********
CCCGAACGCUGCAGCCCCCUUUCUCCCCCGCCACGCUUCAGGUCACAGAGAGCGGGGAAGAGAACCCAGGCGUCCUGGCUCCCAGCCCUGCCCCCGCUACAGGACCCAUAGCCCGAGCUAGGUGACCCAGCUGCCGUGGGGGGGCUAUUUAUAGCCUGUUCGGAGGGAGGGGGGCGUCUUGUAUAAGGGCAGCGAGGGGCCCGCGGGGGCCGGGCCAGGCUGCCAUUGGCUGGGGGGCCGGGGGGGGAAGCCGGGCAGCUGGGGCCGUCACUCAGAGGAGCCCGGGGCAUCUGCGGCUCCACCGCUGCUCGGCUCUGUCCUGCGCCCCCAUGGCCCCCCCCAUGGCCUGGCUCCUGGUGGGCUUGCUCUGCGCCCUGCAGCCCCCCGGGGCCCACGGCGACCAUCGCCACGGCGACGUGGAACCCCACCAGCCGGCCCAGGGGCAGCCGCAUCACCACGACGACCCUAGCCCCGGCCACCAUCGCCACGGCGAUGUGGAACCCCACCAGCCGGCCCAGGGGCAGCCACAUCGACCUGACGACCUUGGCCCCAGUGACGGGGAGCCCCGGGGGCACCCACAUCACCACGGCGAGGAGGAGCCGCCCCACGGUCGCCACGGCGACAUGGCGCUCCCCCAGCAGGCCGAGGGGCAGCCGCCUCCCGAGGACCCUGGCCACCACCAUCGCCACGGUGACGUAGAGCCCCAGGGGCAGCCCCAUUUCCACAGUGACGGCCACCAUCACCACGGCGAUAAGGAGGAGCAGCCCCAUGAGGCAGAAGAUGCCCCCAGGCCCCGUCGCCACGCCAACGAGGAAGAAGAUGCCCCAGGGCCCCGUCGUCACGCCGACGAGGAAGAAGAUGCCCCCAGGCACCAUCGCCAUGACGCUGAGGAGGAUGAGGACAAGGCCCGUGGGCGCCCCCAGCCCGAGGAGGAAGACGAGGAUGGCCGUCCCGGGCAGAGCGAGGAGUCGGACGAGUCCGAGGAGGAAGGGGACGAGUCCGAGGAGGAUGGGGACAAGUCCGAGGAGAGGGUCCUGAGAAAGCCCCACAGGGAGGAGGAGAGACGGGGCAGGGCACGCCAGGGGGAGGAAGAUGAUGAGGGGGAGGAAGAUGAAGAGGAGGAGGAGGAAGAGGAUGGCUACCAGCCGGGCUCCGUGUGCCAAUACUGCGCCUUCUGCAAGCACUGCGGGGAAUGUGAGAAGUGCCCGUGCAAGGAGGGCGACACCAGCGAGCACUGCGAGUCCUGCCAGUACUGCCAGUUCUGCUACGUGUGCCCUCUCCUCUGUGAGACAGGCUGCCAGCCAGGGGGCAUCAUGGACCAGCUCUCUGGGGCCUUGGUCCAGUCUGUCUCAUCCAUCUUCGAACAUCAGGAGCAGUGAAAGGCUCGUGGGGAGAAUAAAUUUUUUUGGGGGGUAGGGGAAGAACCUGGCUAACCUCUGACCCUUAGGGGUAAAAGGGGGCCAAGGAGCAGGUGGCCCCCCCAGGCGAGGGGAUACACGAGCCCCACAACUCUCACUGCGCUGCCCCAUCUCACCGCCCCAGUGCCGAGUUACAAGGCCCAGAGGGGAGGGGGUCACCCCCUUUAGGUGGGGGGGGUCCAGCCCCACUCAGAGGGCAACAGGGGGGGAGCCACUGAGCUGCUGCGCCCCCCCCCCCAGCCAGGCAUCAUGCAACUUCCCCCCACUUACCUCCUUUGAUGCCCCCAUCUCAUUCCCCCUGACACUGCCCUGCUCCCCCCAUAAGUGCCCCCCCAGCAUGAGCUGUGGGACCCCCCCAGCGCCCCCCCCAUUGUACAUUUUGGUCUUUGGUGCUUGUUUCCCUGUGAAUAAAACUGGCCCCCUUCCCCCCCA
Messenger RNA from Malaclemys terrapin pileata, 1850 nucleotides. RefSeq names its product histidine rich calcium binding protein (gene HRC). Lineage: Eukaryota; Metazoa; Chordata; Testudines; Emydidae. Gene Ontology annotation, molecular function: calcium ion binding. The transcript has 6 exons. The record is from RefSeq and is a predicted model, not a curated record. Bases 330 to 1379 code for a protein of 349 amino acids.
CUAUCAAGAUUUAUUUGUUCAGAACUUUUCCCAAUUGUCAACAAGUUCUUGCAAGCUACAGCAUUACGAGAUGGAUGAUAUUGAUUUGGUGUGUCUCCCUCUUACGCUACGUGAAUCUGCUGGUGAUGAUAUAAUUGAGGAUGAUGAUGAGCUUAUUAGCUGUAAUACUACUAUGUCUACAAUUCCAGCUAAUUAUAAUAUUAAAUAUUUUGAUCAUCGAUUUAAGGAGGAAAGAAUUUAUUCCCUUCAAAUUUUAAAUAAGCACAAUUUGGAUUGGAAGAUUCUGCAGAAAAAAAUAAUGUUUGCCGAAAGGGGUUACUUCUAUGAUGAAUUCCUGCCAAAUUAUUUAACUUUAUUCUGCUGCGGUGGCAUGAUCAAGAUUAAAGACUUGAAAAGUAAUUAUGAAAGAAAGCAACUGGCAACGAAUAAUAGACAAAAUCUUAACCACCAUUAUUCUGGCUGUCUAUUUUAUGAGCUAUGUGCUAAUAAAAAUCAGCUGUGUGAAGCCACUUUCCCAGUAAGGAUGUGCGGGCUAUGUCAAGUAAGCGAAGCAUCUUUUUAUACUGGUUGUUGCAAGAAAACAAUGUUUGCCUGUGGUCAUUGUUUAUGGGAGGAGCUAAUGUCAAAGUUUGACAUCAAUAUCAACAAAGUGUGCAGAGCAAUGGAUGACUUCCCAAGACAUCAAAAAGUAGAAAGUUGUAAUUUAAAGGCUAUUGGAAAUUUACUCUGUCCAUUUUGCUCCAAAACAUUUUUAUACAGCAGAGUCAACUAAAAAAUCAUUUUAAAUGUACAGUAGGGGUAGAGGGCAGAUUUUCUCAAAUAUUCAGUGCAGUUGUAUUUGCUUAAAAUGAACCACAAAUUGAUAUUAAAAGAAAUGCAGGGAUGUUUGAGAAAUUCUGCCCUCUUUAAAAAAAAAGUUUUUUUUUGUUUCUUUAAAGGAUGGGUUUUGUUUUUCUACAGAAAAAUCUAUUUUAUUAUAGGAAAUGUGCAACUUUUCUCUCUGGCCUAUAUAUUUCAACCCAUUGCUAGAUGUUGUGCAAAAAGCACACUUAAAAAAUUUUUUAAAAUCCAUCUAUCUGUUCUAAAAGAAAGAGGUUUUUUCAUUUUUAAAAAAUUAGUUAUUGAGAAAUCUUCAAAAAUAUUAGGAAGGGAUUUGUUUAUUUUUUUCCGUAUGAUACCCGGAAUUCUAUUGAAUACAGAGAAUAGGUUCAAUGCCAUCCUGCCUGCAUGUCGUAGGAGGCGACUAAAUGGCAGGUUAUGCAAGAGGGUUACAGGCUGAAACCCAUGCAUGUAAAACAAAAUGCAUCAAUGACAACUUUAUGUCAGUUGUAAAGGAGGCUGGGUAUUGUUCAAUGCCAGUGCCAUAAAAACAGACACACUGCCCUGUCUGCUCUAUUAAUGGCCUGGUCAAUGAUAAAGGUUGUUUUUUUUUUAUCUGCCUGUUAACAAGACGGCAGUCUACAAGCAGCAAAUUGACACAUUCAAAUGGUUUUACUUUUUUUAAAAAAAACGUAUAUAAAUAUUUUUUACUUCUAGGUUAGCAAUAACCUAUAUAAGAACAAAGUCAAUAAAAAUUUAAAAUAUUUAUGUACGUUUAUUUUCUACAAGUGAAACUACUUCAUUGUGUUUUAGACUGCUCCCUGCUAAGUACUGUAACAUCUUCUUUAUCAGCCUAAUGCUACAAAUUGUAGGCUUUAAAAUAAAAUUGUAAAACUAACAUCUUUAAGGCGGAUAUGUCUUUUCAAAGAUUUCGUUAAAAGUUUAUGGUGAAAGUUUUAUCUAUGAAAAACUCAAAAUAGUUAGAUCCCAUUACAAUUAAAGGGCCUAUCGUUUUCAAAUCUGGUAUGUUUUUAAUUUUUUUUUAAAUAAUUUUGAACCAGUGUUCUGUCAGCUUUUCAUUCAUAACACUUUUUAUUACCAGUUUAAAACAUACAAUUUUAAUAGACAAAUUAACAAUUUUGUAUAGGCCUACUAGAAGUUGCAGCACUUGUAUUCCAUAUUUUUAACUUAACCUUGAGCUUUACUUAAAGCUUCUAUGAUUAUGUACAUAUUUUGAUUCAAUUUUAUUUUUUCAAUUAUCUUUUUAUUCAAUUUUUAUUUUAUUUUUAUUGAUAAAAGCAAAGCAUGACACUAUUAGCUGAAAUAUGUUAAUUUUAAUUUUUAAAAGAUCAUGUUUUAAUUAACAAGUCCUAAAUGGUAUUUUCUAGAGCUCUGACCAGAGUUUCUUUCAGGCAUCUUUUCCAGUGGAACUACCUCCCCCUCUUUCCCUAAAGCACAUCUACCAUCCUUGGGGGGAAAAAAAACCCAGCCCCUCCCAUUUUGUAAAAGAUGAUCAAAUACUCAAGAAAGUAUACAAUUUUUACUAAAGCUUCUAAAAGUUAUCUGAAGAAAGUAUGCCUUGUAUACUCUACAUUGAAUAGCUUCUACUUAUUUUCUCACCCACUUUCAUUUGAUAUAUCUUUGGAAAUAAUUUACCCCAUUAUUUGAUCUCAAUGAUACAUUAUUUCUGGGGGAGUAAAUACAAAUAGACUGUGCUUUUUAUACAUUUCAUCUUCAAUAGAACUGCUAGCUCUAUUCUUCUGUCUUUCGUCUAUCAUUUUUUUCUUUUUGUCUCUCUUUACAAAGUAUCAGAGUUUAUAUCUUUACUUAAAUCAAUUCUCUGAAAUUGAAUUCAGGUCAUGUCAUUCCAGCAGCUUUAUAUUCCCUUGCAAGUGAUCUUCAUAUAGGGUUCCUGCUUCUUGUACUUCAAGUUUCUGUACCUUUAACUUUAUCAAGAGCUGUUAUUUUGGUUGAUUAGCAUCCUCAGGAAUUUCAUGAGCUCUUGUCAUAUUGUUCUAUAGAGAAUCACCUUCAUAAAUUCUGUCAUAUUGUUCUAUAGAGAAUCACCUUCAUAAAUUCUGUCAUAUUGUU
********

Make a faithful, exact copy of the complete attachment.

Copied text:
CCCGAACGCUGCAGCCCCCUUUCUCCCCCGCCACGCUUCAGGUCACAGAGAGCGGGGAAGAGAACCCAGGCGUCCUGGCUCCCAGCCCUGCCCCCGCUACAGGACCCAUAGCCCGAGCUAGGUGACCCAGCUGCCGUGGGGGGGCUAUUUAUAGCCUGUUCGGAGGGAGGGGGGCGUCUUGUAUAAGGGCAGCGAGGGGCCCGCGGGGGCCGGGCCAGGCUGCCAUUGGCUGGGGGGCCGGGGGGGGAAGCCGGGCAGCUGGGGCCGUCACUCAGAGGAGCCCGGGGCAUCUGCGGCUCCACCGCUGCUCGGCUCUGUCCUGCGCCCCCAUGGCCCCCCCCAUGGCCUGGCUCCUGGUGGGCUUGCUCUGCGCCCUGCAGCCCCCCGGGGCCCACGGCGACCAUCGCCACGGCGACGUGGAACCCCACCAGCCGGCCCAGGGGCAGCCGCAUCACCACGACGACCCUAGCCCCGGCCACCAUCGCCACGGCGAUGUGGAACCCCACCAGCCGGCCCAGGGGCAGCCACAUCGACCUGACGACCUUGGCCCCAGUGACGGGGAGCCCCGGGGGCACCCACAUCACCACGGCGAGGAGGAGCCGCCCCACGGUCGCCACGGCGACAUGGCGCUCCCCCAGCAGGCCGAGGGGCAGCCGCCUCCCGAGGACCCUGGCCACCACCAUCGCCACGGUGACGUAGAGCCCCAGGGGCAGCCCCAUUUCCACAGUGACGGCCACCAUCACCACGGCGAUAAGGAGGAGCAGCCCCAUGAGGCAGAAGAUGCCCCCAGGCCCCGUCGCCACGCCAACGAGGAAGAAGAUGCCCCAGGGCCCCGUCGUCACGCCGACGAGGAAGAAGAUGCCCCCAGGCACCAUCGCCAUGACGCUGAGGAGGAUGAGGACAAGGCCCGUGGGCGCCCCCAGCCCGAGGAGGAAGACGAGGAUGGCCGUCCCGGGCAGAGCGAGGAGUCGGACGAGUCCGAGGAGGAAGGGGACGAGUCCGAGGAGGAUGGGGACAAGUCCGAGGAGAGGGUCCUGAGAAAGCCCCACAGGGAGGAGGAGAGACGGGGCAGGGCACGCCAGGGGGAGGAAGAUGAUGAGGGGGAGGAAGAUGAAGAGGAGGAGGAGGAAGAGGAUGGCUACCAGCCGGGCUCCGUGUGCCAAUACUGCGCCUUCUGCAAGCACUGCGGGGAAUGUGAGAAGUGCCCGUGCAAGGAGGGCGACACCAGCGAGCACUGCGAGUCCUGCCAGUACUGCCAGUUCUGCUACGUGUGCCCUCUCCUCUGUGAGACAGGCUGCCAGCCAGGGGGCAUCAUGGACCAGCUCUCUGGGGCCUUGGUCCAGUCUGUCUCAUCCAUCUUCGAACAUCAGGAGCAGUGAAAGGCUCGUGGGGAGAAUAAAUUUUUUUGGGGGGUAGGGGAAGAACCUGGCUAACCUCUGACCCUUAGGGGUAAAAGGGGGCCAAGGAGCAGGUGGCCCCCCCAGGCGAGGGGAUACACGAGCCCCACAACUCUCACUGCGCUGCCCCAUCUCACCGCCCCAGUGCCGAGUUACAAGGCCCAGAGGGGAGGGGGUCACCCCCUUUAGGUGGGGGGGGUCCAGCCCCACUCAGAGGGCAACAGGGGGGGAGCCACUGAGCUGCUGCGCCCCCCCCCCCAGCCAGGCAUCAUGCAACUUCCCCCCACUUACCUCCUUUGAUGCCCCCAUCUCAUUCCCCCUGACACUGCCCUGCUCCCCCCAUAAGUGCCCCCCCAGCAUGAGCUGUGGGACCCCCCCAGCGCCCCCCCCAUUGUACAUUUUGGUCUUUGGUGCUUGUUUCCCUGUGAAUAAAACUGGCCCCCUUCCCCCCCA
Messenger RNA from Malaclemys terrapin pileata, 1850 nucleotides. RefSeq names its product histidine rich calcium binding protein (gene HRC). Lineage: Eukaryota; Metazoa; Chordata; Testudines; Emydidae. Gene Ontology annotation, molecular function: calcium ion binding. The transcript has 6 exons. The record is from RefSeq and is a predicted model, not a curated record. Bases 330 to 1379 code for a protein of 349 amino acids.
CUAUCAAGAUUUAUUUGUUCAGAACUUUUCCCAAUUGUCAACAAGUUCUUGCAAGCUACAGCAUUACGAGAUGGAUGAUAUUGAUUUGGUGUGUCUCCCUCUUACGCUACGUGAAUCUGCUGGUGAUGAUAUAAUUGAGGAUGAUGAUGAGCUUAUUAGCUGUAAUACUACUAUGUCUACAAUUCCAGCUAAUUAUAAUAUUAAAUAUUUUGAUCAUCGAUUUAAGGAGGAAAGAAUUUAUUCCCUUCAAAUUUUAAAUAAGCACAAUUUGGAUUGGAAGAUUCUGCAGAAAAAAAUAAUGUUUGCCGAAAGGGGUUACUUCUAUGAUGAAUUCCUGCCAAAUUAUUUAACUUUAUUCUGCUGCGGUGGCAUGAUCAAGAUUAAAGACUUGAAAAGUAAUUAUGAAAGAAAGCAACUGGCAACGAAUAAUAGACAAAAUCUUAACCACCAUUAUUCUGGCUGUCUAUUUUAUGAGCUAUGUGCUAAUAAAAAUCAGCUGUGUGAAGCCACUUUCCCAGUAAGGAUGUGCGGGCUAUGUCAAGUAAGCGAAGCAUCUUUUUAUACUGGUUGUUGCAAGAAAACAAUGUUUGCCUGUGGUCAUUGUUUAUGGGAGGAGCUAAUGUCAAAGUUUGACAUCAAUAUCAACAAAGUGUGCAGAGCAAUGGAUGACUUCCCAAGACAUCAAAAAGUAGAAAGUUGUAAUUUAAAGGCUAUUGGAAAUUUACUCUGUCCAUUUUGCUCCAAAACAUUUUUAUACAGCAGAGUCAACUAAAAAAUCAUUUUAAAUGUACAGUAGGGGUAGAGGGCAGAUUUUCUCAAAUAUUCAGUGCAGUUGUAUUUGCUUAAAAUGAACCACAAAUUGAUAUUAAAAGAAAUGCAGGGAUGUUUGAGAAAUUCUGCCCUCUUUAAAAAAAAAGUUUUUUUUUGUUUCUUUAAAGGAUGGGUUUUGUUUUUCUACAGAAAAAUCUAUUUUAUUAUAGGAAAUGUGCAACUUUUCUCUCUGGCCUAUAUAUUUCAACCCAUUGCUAGAUGUUGUGCAAAAAGCACACUUAAAAAAUUUUUUAAAAUCCAUCUAUCUGUUCUAAAAGAAAGAGGUUUUUUCAUUUUUAAAAAAUUAGUUAUUGAGAAAUCUUCAAAAAUAUUAGGAAGGGAUUUGUUUAUUUUUUUCCGUAUGAUACCCGGAAUUCUAUUGAAUACAGAGAAUAGGUUCAAUGCCAUCCUGCCUGCAUGUCGUAGGAGGCGACUAAAUGGCAGGUUAUGCAAGAGGGUUACAGGCUGAAACCCAUGCAUGUAAAACAAAAUGCAUCAAUGACAACUUUAUGUCAGUUGUAAAGGAGGCUGGGUAUUGUUCAAUGCCAGUGCCAUAAAAACAGACACACUGCCCUGUCUGCUCUAUUAAUGGCCUGGUCAAUGAUAAAGGUUGUUUUUUUUUUAUCUGCCUGUUAACAAGACGGCAGUCUACAAGCAGCAAAUUGACACAUUCAAAUGGUUUUACUUUUUUUAAAAAAAACGUAUAUAAAUAUUUUUUACUUCUAGGUUAGCAAUAACCUAUAUAAGAACAAAGUCAAUAAAAAUUUAAAAUAUUUAUGUACGUUUAUUUUCUACAAGUGAAACUACUUCAUUGUGUUUUAGACUGCUCCCUGCUAAGUACUGUAACAUCUUCUUUAUCAGCCUAAUGCUACAAAUUGUAGGCUUUAAAAUAAAAUUGUAAAACUAACAUCUUUAAGGCGGAUAUGUCUUUUCAAAGAUUUCGUUAAAAGUUUAUGGUGAAAGUUUUAUCUAUGAAAAACUCAAAAUAGUUAGAUCCCAUUACAAUUAAAGGGCCUAUCGUUUUCAAAUCUGGUAUGUUUUUAAUUUUUUUUUAAAUAAUUUUGAACCAGUGUUCUGUCAGCUUUUCAUUCAUAACACUUUUUAUUACCAGUUUAAAACAUACAAUUUUAAUAGACAAAUUAACAAUUUUGUAUAGGCCUACUAGAAGUUGCAGCACUUGUAUUCCAUAUUUUUAACUUAACCUUGAGCUUUACUUAAAGCUUCUAUGAUUAUGUACAUAUUUUGAUUCAAUUUUAUUUUUUCAAUUAUCUUUUUAUUCAAUUUUUAUUUUAUUUUUAUUGAUAAAAGCAAAGCAUGACACUAUUAGCUGAAAUAUGUUAAUUUUAAUUUUUAAAAGAUCAUGUUUUAAUUAACAAGUCCUAAAUGGUAUUUUCUAGAGCUCUGACCAGAGUUUCUUUCAGGCAUCUUUUCCAGUGGAACUACCUCCCCCUCUUUCCCUAAAGCACAUCUACCAUCCUUGGGGGGAAAAAAAACCCAGCCCCUCCCAUUUUGUAAAAGAUGAUCAAAUACUCAAGAAAGUAUACAAUUUUUACUAAAGCUUCUAAAAGUUAUCUGAAGAAAGUAUGCCUUGUAUACUCUACAUUGAAUAGCUUCUACUUAUUUUCUCACCCACUUUCAUUUGAUAUAUCUUUGGAAAUAAUUUACCCCAUUAUUUGAUCUCAAUGAUACAUUAUUUCUGGGGGAGUAAAUACAAAUAGACUGUGCUUUUUAUACAUUUCAUCUUCAAUAGAACUGCUAGCUCUAUUCUUCUGUCUUUCGUCUAUCAUUUUUUUCUUUUUGUCUCUCUUUACAAAGUAUCAGAGUUUAUAUCUUUACUUAAAUCAAUUCUCUGAAAUUGAAUUCAGGUCAUGUCAUUCCAGCAGCUUUAUAUUCCCUUGCAAGUGAUCUUCAUAUAGGGUUCCUGCUUCUUGUACUUCAAGUUUCUGUACCUUUAACUUUAUCAAGAGCUGUUAUUUUGGUUGAUUAGCAUCCUCAGGAAUUUCAUGAGCUCUUGUCAUAUUGUUCUAUAGAGAAUCACCUUCAUAAAUUCUGUCAUAUUGUUCUAUAGAGAAUCACCUUCAUAAAUUCUGUCAUAUUGUU